Social Exchange Theory explains how relationships are formed and maintained. According to this theory, there is one simple formula that determines a relationship’s worth and whether or not the relationship will last.
It all comes down to this:
Worth = Reward – Cost
How much a relationship is worth to you is based on both the reward and the cost. The rewards are the positive aspects a relationship brings you, like how often someone makes you laugh, how close you are, how much fun you have together, your similarities, etc. The costs are everything that you sacrifice to be in the relationship, for example your partner’s stubbornness, or the fact that (s)he’s lazy, his annoying parents or his big nose. Whatever it is, as long as the rewards are higher than the costs, the relationship is worth it to you and you are likely to stay in it.
But that’s not all. If it really were that simple, then we would all be in happy, healthy, rewarding relationships, but that’s not always the case. There are lots of people who are in dysfunctional, even abusive or violent relationships. So there’s more to this simple formula; two more dimensions actually. The first is your:
This is where it gets interesting. A comparison level is a subjective standard that you have of what you expect a relationship to be in terms of the rewards and the costs. This is influenced by a number of things, such as your previous relationships, the opinions of those close to you such as your friends and family and popular culture.
For example, if you’re young and have never had a relationship you may think that what you see on Instagram is real life. So, you may watch fit couples smile at each other while flaunting their abs in the sun on a tropical island and think that that’s the way a relationship should be. No matter how (un-)realistic it is, that’s your comparison level and that’s part of what will determine how satisfying your future relationships will be. If your present relationship lives up to or surpasses your comparison level, this means you are happy in your relationship.
That still doesn’t explain why people have unstable, unhealthy relationships. Most of us have a high comparison level and want a caring, loving relationship. So why do some people stay in a relationship that’s not so loving? This is where the second aspect comes in:
Comparison Level for Alternatives
This is basically the lowest standard a person is willing to accept when looking at the alternatives. Plainly speaking, this is a measure for stability, not satisfaction. It means that although your comparison level may be high, your comparison level for alternatives can be really low. Perhaps you feel like the alternative would be to be alone, and that may feel even worse to you than your current relationship. In that case, the fear of being alone may be greater than your fear of staying in the relationship. Or you don’t believe you’ll ever find someone else. No matter what it is, if the alternatives aren’t looking so good, chances are you’ll stay where you are.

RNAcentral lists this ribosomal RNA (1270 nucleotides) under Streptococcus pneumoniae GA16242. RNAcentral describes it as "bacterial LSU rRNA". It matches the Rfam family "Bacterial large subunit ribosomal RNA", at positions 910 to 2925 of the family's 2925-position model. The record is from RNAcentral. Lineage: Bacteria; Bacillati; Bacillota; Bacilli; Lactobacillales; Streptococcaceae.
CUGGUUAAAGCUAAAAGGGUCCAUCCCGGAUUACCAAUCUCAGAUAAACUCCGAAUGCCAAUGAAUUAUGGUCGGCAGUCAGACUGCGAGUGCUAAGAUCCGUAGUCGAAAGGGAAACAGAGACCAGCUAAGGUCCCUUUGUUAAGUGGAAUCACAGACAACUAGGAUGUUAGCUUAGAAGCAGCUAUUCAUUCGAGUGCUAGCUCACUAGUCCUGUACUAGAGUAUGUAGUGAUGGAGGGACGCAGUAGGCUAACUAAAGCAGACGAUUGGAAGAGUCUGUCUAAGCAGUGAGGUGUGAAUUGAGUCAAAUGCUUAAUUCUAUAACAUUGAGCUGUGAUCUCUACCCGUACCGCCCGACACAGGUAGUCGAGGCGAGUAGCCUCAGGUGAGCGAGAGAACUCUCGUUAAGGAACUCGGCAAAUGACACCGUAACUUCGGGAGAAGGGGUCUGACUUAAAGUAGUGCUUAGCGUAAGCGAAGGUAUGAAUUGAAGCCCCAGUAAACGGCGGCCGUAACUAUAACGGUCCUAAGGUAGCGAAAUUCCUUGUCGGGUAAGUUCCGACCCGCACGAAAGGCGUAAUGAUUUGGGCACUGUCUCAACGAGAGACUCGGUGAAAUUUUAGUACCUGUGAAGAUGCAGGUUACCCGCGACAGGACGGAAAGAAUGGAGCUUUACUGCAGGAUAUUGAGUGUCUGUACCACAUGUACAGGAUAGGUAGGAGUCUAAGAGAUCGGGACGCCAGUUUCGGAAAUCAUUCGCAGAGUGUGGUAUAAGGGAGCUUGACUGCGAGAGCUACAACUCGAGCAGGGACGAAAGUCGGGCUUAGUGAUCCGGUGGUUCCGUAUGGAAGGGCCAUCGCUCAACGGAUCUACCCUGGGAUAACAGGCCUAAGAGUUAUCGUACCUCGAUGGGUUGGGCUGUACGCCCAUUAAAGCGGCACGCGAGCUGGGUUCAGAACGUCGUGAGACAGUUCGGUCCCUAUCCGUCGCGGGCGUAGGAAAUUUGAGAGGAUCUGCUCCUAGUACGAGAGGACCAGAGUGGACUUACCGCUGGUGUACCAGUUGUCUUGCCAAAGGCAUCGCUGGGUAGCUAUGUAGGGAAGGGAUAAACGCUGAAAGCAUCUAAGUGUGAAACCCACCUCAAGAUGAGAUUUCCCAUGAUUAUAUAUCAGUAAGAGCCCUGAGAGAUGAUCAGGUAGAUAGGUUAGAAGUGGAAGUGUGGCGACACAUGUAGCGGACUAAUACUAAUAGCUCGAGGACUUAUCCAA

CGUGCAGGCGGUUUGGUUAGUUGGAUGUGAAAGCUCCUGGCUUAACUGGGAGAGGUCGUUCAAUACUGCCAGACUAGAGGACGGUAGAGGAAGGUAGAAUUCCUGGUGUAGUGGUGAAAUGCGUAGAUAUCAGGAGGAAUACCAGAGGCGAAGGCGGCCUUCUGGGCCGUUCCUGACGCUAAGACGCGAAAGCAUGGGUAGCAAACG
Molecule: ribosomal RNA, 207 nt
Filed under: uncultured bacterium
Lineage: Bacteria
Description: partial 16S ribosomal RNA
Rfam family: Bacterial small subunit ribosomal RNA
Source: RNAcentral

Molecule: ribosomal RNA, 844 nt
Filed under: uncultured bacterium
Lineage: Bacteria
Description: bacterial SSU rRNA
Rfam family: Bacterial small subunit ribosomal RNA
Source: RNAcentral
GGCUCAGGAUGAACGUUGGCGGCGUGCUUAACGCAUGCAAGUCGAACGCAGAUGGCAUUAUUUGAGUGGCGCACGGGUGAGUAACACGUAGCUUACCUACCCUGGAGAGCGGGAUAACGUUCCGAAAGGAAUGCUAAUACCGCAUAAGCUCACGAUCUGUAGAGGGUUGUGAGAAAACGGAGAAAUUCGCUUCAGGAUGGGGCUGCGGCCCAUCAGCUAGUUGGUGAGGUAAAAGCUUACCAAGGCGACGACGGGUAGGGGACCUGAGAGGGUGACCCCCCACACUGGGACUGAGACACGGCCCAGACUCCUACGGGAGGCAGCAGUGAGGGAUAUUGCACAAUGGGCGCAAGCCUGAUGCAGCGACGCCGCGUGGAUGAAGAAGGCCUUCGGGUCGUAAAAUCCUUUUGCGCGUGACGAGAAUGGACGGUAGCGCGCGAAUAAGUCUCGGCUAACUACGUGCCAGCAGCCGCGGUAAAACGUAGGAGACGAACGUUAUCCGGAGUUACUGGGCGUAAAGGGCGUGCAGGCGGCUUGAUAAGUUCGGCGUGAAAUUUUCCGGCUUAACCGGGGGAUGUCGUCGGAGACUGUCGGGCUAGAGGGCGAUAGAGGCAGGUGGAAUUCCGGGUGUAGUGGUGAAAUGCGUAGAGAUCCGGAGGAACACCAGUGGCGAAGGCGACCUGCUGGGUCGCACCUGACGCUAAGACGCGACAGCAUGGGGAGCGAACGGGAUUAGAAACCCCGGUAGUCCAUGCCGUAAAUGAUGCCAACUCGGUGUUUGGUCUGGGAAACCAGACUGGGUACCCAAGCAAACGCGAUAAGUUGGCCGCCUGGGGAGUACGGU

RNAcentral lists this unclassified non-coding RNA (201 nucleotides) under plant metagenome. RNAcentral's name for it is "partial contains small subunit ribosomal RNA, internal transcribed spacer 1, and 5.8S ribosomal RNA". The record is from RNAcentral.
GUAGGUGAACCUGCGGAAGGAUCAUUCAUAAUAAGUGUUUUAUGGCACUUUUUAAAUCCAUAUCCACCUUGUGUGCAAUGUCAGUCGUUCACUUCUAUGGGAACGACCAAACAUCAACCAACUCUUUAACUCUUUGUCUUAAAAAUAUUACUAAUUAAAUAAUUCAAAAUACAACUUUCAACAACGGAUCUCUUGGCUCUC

Your current relationship status
So your comparison level (CL), your comparison level for alternatives (CLAlt) and the current value of your relationship determine the current state of your relationship. If you put this into a formula, this is what a satisfying, stable relationship looks like:
Outcome > CL > CLAlt
Simply put, this means that the outcome of your relationship (how you feel about your relationship) should be greater than your comparison level and that should be greater than your comparison level for alternatives. You can also switch the CL and CLAlt; that would still suggest a satisfying and stable relationship.
In contrast, this formula suggest the opposite:
CL > CLAlt > Outcome
This formula portrays an unsatisfying and unstable relationship. Basically it posits that if your comparison level (what you believe a relationship should be like) is greater than the comparison level for alternatives and that, in turn, is greater than the outcome of your relationship, then you will be unhappy. This means that if you feel the alternatives (being alone, being with someone else) are better than the actual worth of your relationship, your relationship is likely going to dissolve.
Social Exchange Theory
If you want to know more about this, just research Social Exchange Theory; one of the most interesting theories of relationships. The formulas in this blogposts are based on that theory and although it’s quite economical and rational, it does make a lot of sense. Of course there are many more factors that come into play when it comes to initiating and maintaining relationships, but in essence I do believe it can be as simple as this: the overall worth of a relationship is determined based on the rewards it gives you minus the costs, and this is determined by our views of what a relationship should be and an estimation of the alternatives. It makes perfect sense. Relationships should have more good days than bad, more laughter than tears and more closeness than separateness. The rest will work itself out – right?